Annemarie Frank, Mark’s director of digital and strategic alliances, said Mark makes money on its fan page through sales, but it didn’t work with Facebook to implement the sales widget. And while Mark has run ad programs in the past to drive its Facebook fans, it isn’t spending with the social-networking site today.
Facebook became profitable in 2009 and reaps the majority of its revenue from advertising. An executive with knowledge of the matter said Facebook is focused on buoying the business via advertising. To that end, Facebook announced a partnership with eBay’s PayPal in February to pipe the payment platform into the site’s ad and developer tools. Because PayPal conducts transactions in 24 currencies, Facebook will be able to collect revenue from small, international advertisers. Of Facebook’s nearly half-billion users, 70% live outside the U.S.
1-800-Flowers has an e-commerce platform within the social network. As for consumers, they’ll be able to purchase Facebook Credits — currency redeemed for virtual goods or gaming — through PayPal. Before the deal, PayPal, which collects fees from merchants, had already been on Facebook facilitating payments in games such as Zynga’s “FarmVille” or “Mafia Wars.”
“We want to give the people who use Facebook, as well as advertisers and developers, a fast and trusted way to pay across our service,” said Dan Levy, Facebook’s director of payment operations in a statement. PayPal transacted $71 billion worldwide in 2009.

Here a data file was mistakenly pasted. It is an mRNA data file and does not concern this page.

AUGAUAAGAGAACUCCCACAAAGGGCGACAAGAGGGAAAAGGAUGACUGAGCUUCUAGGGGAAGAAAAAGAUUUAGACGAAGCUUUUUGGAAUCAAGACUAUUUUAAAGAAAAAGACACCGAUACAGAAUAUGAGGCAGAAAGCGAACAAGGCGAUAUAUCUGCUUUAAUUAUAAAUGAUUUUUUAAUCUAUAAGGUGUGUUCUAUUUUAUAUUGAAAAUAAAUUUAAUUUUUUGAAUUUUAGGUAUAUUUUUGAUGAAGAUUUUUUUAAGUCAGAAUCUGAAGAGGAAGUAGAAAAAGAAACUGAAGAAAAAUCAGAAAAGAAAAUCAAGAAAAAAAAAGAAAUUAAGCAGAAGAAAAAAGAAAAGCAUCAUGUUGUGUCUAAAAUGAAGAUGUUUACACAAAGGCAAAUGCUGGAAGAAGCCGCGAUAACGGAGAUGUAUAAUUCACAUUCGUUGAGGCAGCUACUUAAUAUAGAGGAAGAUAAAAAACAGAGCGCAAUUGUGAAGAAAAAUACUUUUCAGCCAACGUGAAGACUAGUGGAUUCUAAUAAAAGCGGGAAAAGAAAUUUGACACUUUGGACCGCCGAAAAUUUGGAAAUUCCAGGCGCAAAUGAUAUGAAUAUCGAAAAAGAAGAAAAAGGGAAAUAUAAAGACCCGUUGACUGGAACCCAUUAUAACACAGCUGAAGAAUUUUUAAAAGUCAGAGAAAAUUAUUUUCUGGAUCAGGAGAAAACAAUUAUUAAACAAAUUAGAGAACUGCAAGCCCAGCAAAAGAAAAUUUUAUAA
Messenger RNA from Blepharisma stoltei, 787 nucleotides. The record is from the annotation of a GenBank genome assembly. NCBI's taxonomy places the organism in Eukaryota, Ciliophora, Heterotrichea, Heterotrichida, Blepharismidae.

One shopping cart
With Facebook integrating an online pay system for its users, PayPal’s open development platform could tie together purchase behaviour across the site. Third-party developer Payment recently used PayPal’s API to build an app anyone can use to set up a retail store on a Facebook page. If the app takes off and consumers are buying on multiple pages across Facebook, Payvment allows all purchases to aggregate in one shopping cart for one check out.
A fraction of Facebook’s revenue does come from the sale of virtual goods — icons of objects such as Champagne bottles and hugging penguins that Facebook users buy to post on friends’ walls. Facebook has started to add real gifts and brands to that virtual-goods economy, which has been largely tied to gaming. Last year, Facebook starting selling music files, charitable donations and licensed icons from sports organisations such as the NBA and college teams. For advertisers, Facebook launched branded virtual-good ad units, which are gaining increasingly more interest from brands such as Skittles and P&G.
Facebook also opened shop for physical goods last year, when it launched Real Gifts, a startup funded through its venture-capital arm to sell real things through the gift store right alongside the virtual ones. Right now, the real goods for sale are primarily generic gifts — Fandango movie tickets and the Slanket blanket are the only branded items on display, though Dave Sanguinetti, Real Gifts cofounder-CEO says there’s been “significant interest from big brands” and we can expect top-tier brands on sale soon. As for its business model, Real Gifts buys goods at wholesale prices and sells them at retail.